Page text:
I remember the third time I ever saw Liz during my freshman year (“why the third?” you ask? Well, the first two times I was in her company I was too nervous to really notice anything.) Those crazy blue eyes were merrily reflecting the artificial lighting of the dining common as I sat across from her at dinner (and give me a break, it’s not like we were allowed to look at the stars :-).  I remember her smile—it would be difficult not to—and that she seemed to smile all the time while carrying within herself a burnished optimism, a confidence in who she was and what she wanted out of life. After dinner I recall telling my roommates about “this girl,” and one of them leaned over to the other and joked, “Yep, he’s gone.” And I was. I didn’t know at the time that she had me, but for all intents and purposes, I was “gone.”

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Fast-forward four years which included a year and a half  “long-distance relationship,” an almost breakup, a proposal on the cliffs at sunset, and a wedding with some gorgeous music (at least that’s how I remember it :-) and we were married. And then I worked. And worked. That first summer together saw me trying to manage a grueling schedule of  40-50hrs of painting per week plus a church internship  that filled up the rest of my free time. It was an exhausting pace to maintain. My compliments to Liz that summer were as few as was the time I spent with her. In fact, I can hardly remember anything from those first three months. At the end of the summer we moved to Greenville  and began the school semester. As life slowed down a little and we settled into lives as graduate students, I began to noticed a change in Liz. Though still attractive inside and out, she was becoming less self confident.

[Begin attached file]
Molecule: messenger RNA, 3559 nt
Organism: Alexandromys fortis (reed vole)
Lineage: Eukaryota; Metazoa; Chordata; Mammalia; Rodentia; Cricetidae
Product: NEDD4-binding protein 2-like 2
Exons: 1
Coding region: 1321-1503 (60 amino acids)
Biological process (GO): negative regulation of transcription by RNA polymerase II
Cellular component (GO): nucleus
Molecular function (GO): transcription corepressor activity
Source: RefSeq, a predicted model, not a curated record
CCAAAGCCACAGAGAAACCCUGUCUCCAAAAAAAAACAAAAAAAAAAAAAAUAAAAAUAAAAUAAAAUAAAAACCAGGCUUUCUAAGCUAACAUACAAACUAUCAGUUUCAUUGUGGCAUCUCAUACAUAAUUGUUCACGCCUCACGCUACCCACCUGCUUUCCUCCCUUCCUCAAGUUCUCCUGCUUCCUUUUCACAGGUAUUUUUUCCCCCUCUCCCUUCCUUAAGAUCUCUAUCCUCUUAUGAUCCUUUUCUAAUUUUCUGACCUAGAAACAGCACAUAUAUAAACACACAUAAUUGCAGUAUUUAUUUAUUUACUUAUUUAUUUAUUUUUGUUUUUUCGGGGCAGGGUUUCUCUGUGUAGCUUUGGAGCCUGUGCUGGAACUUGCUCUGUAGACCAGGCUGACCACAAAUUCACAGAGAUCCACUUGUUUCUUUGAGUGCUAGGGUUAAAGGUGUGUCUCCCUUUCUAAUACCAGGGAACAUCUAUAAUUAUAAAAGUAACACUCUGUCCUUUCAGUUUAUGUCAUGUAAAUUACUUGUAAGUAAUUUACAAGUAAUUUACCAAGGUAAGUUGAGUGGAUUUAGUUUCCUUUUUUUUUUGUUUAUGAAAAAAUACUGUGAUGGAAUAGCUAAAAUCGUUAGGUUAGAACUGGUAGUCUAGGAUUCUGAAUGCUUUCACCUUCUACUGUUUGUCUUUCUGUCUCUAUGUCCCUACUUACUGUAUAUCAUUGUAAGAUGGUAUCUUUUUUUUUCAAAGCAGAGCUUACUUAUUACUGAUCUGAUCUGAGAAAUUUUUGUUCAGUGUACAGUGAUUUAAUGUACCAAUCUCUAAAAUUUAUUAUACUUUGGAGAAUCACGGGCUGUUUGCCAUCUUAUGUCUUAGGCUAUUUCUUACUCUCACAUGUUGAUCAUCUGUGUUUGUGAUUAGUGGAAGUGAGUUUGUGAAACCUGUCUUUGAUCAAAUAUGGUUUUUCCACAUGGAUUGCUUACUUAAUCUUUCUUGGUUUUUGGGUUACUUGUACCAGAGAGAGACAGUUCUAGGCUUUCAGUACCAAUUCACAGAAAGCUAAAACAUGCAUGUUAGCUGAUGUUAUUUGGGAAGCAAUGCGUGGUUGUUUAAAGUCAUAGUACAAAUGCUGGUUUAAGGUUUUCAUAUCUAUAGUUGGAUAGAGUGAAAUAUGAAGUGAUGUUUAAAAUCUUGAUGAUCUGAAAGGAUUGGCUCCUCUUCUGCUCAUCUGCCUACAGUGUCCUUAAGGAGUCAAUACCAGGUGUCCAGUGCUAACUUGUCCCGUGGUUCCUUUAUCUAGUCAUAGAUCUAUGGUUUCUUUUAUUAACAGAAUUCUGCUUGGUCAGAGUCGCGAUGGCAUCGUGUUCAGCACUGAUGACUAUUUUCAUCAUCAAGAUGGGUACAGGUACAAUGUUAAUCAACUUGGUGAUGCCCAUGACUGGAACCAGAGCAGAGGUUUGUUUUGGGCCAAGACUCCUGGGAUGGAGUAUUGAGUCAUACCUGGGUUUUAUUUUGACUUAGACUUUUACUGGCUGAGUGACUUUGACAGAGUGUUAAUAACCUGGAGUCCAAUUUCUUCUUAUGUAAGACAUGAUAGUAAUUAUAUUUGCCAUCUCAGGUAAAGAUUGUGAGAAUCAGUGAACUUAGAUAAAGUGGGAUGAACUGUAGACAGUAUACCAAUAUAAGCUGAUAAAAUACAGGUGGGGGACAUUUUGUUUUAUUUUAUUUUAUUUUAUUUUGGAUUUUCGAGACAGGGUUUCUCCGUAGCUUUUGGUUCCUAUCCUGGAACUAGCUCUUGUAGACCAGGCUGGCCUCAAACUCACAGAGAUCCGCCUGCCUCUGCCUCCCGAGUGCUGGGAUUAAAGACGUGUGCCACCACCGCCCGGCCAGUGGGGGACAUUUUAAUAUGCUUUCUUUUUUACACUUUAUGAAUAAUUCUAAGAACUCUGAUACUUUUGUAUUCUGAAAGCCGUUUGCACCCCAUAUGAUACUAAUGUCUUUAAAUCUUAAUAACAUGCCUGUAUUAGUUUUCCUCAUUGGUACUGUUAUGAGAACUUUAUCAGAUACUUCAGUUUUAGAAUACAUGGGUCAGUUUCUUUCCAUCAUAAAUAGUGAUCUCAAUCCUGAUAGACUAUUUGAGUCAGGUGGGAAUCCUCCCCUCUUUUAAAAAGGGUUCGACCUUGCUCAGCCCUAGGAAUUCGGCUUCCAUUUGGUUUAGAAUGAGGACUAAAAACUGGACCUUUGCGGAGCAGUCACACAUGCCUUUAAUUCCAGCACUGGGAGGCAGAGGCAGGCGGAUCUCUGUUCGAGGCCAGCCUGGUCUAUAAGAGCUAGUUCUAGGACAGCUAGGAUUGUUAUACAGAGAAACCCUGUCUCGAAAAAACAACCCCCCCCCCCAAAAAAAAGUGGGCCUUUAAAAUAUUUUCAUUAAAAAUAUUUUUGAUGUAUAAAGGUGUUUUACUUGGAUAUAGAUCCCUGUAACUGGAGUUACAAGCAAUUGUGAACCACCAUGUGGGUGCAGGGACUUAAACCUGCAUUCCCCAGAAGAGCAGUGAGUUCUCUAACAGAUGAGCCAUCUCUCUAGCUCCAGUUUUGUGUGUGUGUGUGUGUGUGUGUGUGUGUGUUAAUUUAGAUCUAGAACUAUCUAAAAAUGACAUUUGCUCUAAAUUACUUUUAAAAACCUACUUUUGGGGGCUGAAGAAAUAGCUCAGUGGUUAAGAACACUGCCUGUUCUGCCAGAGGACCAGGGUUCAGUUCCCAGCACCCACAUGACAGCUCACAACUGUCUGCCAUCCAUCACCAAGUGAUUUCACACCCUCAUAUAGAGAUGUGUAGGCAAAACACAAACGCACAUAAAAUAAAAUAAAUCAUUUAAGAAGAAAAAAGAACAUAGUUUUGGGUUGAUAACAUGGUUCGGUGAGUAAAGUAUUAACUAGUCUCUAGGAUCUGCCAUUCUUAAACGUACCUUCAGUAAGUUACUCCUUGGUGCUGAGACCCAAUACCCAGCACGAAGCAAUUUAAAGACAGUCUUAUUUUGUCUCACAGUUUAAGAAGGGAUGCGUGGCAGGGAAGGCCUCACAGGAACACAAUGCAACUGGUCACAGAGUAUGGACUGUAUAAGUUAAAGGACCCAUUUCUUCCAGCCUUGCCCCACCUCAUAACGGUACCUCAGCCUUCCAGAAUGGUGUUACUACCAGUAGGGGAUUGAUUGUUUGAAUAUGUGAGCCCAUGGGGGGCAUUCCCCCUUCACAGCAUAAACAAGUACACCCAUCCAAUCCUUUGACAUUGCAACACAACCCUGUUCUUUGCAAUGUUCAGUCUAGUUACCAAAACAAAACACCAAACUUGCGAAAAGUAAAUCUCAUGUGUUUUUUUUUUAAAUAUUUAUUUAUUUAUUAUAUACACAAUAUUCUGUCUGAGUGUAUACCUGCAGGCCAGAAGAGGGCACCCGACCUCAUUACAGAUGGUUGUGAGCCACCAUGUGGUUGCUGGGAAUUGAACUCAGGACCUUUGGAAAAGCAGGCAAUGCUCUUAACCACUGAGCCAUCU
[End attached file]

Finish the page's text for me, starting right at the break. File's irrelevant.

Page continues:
Given another 5 years, I could hardly convince her that she was attractive at all. She just simply wouldn’t believe me. In hindsight, I know that some of this change in attitude was my fault. My all-too-few compliments made it difficult for her to believe I was serious. You see, throughout our marriage, I had never clearly understood the differences between me and her and had been operating under the faulty assumption that her self-image was like my self-image. My self-image is rarely shaped by someone else’s opinion. I tend to look in the mirror, make an objective evaluation and move on. Women, I have discovered, are not at all like this.

 Still, another part of the reason I had stopped complimenting Liz was due to her poor response when I did. After being brushed off after each attempt, I began to get resentful.  If giving her a compliment was like climbing mount Everest, always climbing and never reaching the goal, then why should I even try?

How could I help her regain that confidence?  Or should that former confidence even be the goal? It seemed like the criteria for estimation had to change, but how could I help her do that? I felt as if being married to me had broken something inside her and I wanted to fix it, but I just didn’t know how.


The second half of this post (found here) will give some of my (Liz) feelings about the question of body-image. It’s a tough topic. It has lots of pit-holes and unexplored implications. But it is important. After that we will post Paul’s thoughts (found here). (This last post turned out to be the best of the bunch. Very straight-forward, biblical and helpful.)